India willing to purchase power at ‘market rate’


    India has said that it is willing to purchase excess electricity from Nepal at the market rate, as trade in power between the two countries would create a win-win situation for both.

    The statement comes at a time when the draft of power trade agreement (PTA) forwarded by India to Nepal has landed in controversy, with some political parties calling on the government not to sign the deal in haste.

    “Nepal can generate whatever electricity it needs for domestic consumption and export the excess power, which India will buy at market rates,” Joint Secretary of the Indian Ministry of External Affairs Syed Akbaruddin told a press conference held on the sidelines of the Nepal-India Joint Commission meeting in Kathmandu today.

    To facilitate and promote electricity trading, Akbaruddin said, India was willing to sign the PTA whenever ‘Nepal feels comfortable’. He also indicated India does not want to dictate any terms in this regard, as ‘Nepal has prerogative over its natural resources’. 

    Trade in power, according to Akbaruddin, would create a win-win situation for both the countries, as it would help Nepal narrow down trade deficit and help India in its economic development endeavour.

    “Trade in power will create a win-win situation for both nations, as balance of trade (between Nepal and India) is tilted towards India. One way to (bridge) this is by (supplying) power to India, as we export lots of petroleum products (to Nepal),” Akbaruddin said.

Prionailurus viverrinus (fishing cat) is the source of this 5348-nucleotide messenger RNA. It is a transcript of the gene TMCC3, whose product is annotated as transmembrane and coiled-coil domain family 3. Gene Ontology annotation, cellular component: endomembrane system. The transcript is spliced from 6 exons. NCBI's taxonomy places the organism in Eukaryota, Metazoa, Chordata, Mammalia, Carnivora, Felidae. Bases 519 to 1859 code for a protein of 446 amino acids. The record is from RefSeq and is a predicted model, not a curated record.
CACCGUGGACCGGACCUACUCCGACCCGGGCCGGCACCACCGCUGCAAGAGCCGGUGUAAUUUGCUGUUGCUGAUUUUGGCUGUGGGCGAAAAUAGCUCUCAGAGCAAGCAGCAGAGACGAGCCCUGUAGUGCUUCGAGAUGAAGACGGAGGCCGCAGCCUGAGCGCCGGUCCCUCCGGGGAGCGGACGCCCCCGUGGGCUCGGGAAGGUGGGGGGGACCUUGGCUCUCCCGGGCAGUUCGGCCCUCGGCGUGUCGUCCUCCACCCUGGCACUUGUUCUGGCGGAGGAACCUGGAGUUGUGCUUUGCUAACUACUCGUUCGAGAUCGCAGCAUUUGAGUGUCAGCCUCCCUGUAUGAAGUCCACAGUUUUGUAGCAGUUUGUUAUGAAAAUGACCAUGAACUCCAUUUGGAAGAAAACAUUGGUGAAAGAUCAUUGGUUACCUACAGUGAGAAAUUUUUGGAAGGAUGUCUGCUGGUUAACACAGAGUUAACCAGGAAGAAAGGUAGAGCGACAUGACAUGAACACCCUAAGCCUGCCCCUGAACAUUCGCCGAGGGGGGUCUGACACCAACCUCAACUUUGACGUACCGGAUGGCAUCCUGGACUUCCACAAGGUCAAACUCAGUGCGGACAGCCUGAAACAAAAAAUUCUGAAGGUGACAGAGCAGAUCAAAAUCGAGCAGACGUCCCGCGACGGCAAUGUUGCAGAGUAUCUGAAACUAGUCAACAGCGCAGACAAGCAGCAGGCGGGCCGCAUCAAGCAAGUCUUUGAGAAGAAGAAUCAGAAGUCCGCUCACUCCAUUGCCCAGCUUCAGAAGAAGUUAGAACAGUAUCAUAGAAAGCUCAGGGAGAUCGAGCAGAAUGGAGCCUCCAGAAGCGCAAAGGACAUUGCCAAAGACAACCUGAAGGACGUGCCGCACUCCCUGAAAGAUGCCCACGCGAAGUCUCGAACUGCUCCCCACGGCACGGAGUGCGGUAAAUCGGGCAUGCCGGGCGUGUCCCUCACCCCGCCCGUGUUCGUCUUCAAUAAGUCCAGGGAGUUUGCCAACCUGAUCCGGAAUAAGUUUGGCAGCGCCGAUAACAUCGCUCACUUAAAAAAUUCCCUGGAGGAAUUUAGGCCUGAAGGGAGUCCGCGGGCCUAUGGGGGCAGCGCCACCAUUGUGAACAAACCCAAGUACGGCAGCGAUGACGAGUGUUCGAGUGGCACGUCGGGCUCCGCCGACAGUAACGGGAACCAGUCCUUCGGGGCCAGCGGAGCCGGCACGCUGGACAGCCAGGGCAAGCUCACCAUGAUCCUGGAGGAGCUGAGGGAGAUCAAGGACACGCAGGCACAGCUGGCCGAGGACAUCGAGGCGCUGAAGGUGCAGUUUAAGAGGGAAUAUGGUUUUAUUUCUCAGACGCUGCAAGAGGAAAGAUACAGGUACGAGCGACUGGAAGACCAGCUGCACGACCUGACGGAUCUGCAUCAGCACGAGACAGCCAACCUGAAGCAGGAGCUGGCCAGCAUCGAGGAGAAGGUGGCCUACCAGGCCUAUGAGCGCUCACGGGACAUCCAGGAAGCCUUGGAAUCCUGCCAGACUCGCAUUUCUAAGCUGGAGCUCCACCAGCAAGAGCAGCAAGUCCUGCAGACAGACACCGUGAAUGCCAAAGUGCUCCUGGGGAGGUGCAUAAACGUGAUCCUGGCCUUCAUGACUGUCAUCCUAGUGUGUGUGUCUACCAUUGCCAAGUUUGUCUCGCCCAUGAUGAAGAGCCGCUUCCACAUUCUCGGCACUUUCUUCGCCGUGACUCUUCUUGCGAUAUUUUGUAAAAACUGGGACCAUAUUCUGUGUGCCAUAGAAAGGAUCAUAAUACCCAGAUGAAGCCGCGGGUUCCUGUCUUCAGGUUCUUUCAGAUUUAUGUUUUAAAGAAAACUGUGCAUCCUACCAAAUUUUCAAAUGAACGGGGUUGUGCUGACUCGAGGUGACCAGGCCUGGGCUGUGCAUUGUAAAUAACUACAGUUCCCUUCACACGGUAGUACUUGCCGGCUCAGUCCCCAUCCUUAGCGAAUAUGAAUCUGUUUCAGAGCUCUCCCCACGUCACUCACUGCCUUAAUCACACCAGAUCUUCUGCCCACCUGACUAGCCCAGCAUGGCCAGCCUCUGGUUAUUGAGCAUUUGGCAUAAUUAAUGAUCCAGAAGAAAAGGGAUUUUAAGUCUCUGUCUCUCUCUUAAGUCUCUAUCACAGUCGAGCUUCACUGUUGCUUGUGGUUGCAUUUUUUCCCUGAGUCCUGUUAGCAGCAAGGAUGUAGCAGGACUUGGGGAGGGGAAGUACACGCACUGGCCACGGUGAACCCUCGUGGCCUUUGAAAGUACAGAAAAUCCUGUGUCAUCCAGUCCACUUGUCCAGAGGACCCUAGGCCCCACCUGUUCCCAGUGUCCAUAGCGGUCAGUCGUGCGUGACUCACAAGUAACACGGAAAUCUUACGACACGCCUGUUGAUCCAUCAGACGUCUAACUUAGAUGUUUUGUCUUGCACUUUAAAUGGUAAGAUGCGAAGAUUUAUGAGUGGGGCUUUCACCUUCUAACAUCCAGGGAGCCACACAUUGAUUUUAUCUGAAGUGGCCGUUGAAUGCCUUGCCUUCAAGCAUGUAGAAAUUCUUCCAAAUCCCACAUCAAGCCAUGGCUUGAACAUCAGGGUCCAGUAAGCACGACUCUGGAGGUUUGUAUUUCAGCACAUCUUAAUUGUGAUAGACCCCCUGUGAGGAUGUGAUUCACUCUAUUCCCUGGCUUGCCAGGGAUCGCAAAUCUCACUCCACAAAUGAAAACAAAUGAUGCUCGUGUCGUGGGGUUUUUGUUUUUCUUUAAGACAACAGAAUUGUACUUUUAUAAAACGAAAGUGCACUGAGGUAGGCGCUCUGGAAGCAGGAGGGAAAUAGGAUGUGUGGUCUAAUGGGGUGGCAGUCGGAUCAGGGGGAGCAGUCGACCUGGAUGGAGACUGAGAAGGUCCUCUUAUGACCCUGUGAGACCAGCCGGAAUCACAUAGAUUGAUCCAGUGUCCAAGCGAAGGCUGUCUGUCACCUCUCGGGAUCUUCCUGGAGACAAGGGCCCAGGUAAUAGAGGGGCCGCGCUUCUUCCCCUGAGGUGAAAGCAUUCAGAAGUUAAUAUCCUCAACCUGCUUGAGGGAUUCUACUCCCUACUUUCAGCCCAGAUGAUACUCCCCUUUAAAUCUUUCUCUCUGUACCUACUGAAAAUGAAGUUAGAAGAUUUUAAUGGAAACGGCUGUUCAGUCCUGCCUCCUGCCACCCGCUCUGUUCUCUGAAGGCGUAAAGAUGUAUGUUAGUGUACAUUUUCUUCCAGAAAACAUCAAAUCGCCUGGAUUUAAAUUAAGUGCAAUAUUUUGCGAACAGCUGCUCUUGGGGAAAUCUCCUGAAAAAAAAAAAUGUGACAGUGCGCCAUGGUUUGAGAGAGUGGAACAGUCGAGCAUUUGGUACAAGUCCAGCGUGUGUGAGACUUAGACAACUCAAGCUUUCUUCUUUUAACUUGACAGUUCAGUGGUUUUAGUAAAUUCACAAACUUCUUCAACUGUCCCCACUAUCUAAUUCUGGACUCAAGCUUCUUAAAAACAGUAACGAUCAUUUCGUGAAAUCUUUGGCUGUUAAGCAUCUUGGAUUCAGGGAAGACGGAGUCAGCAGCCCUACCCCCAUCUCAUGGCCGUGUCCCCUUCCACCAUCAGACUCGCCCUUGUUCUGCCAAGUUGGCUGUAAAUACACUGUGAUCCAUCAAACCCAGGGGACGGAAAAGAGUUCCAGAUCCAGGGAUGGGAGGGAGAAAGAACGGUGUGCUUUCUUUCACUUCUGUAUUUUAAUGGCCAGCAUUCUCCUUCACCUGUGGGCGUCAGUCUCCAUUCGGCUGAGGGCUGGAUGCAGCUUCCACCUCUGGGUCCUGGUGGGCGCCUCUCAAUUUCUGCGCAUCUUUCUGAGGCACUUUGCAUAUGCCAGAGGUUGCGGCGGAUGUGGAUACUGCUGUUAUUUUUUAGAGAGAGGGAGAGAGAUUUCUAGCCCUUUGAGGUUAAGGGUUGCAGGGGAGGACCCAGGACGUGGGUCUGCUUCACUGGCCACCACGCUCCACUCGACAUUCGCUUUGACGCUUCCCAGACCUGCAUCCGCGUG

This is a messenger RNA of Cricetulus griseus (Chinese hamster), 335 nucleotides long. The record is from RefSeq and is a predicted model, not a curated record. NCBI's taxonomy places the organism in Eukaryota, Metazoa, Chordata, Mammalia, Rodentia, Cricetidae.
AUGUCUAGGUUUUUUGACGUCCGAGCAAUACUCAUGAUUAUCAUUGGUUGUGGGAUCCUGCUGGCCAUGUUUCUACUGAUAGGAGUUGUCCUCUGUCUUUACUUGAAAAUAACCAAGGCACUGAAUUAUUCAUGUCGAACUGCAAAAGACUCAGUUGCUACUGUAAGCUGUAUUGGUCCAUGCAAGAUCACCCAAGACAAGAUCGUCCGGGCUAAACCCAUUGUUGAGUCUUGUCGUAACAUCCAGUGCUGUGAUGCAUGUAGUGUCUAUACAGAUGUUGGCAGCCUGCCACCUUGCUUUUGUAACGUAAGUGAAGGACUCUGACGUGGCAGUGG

While exporting power is in Nepal’s interest, the southern neighbour is also interested in importing power from Nepal to give impetus to economic development, which, according to Akbaruddin, ‘is a priority for India’.

    Nepal has long been trying to enter into power trade agreement with India so that it can purchase any quantity of electricity during lean seasons and sell any quantity of power during the peak seasons. Once such a pact is signed, it will replace the existing Power Exchange Agreement between the two neighbouring countries which caps electricity trading.

    PTA is also necessary to attract foreign investors towards the hydro sector, as Nepal Electricity Authority (NEA), the sole buyer of electricity in Nepal, has started becoming choosy in signing power purchase agreements (PPAs) as it has already approved enough projects to roughly meet the country’s electricity demand till 2019-20.

    As of April, NEA had signed PPA for generation of 1,998 MW of electricity during peak seasons. These projects will start generating electricity within December 2019.

    The country’s peak electricity demand will hover around 2,052 MW in fiscal 2019-20 from 1,387 MW in 2014-15, according to NEA.

    Source : The Himalayan Times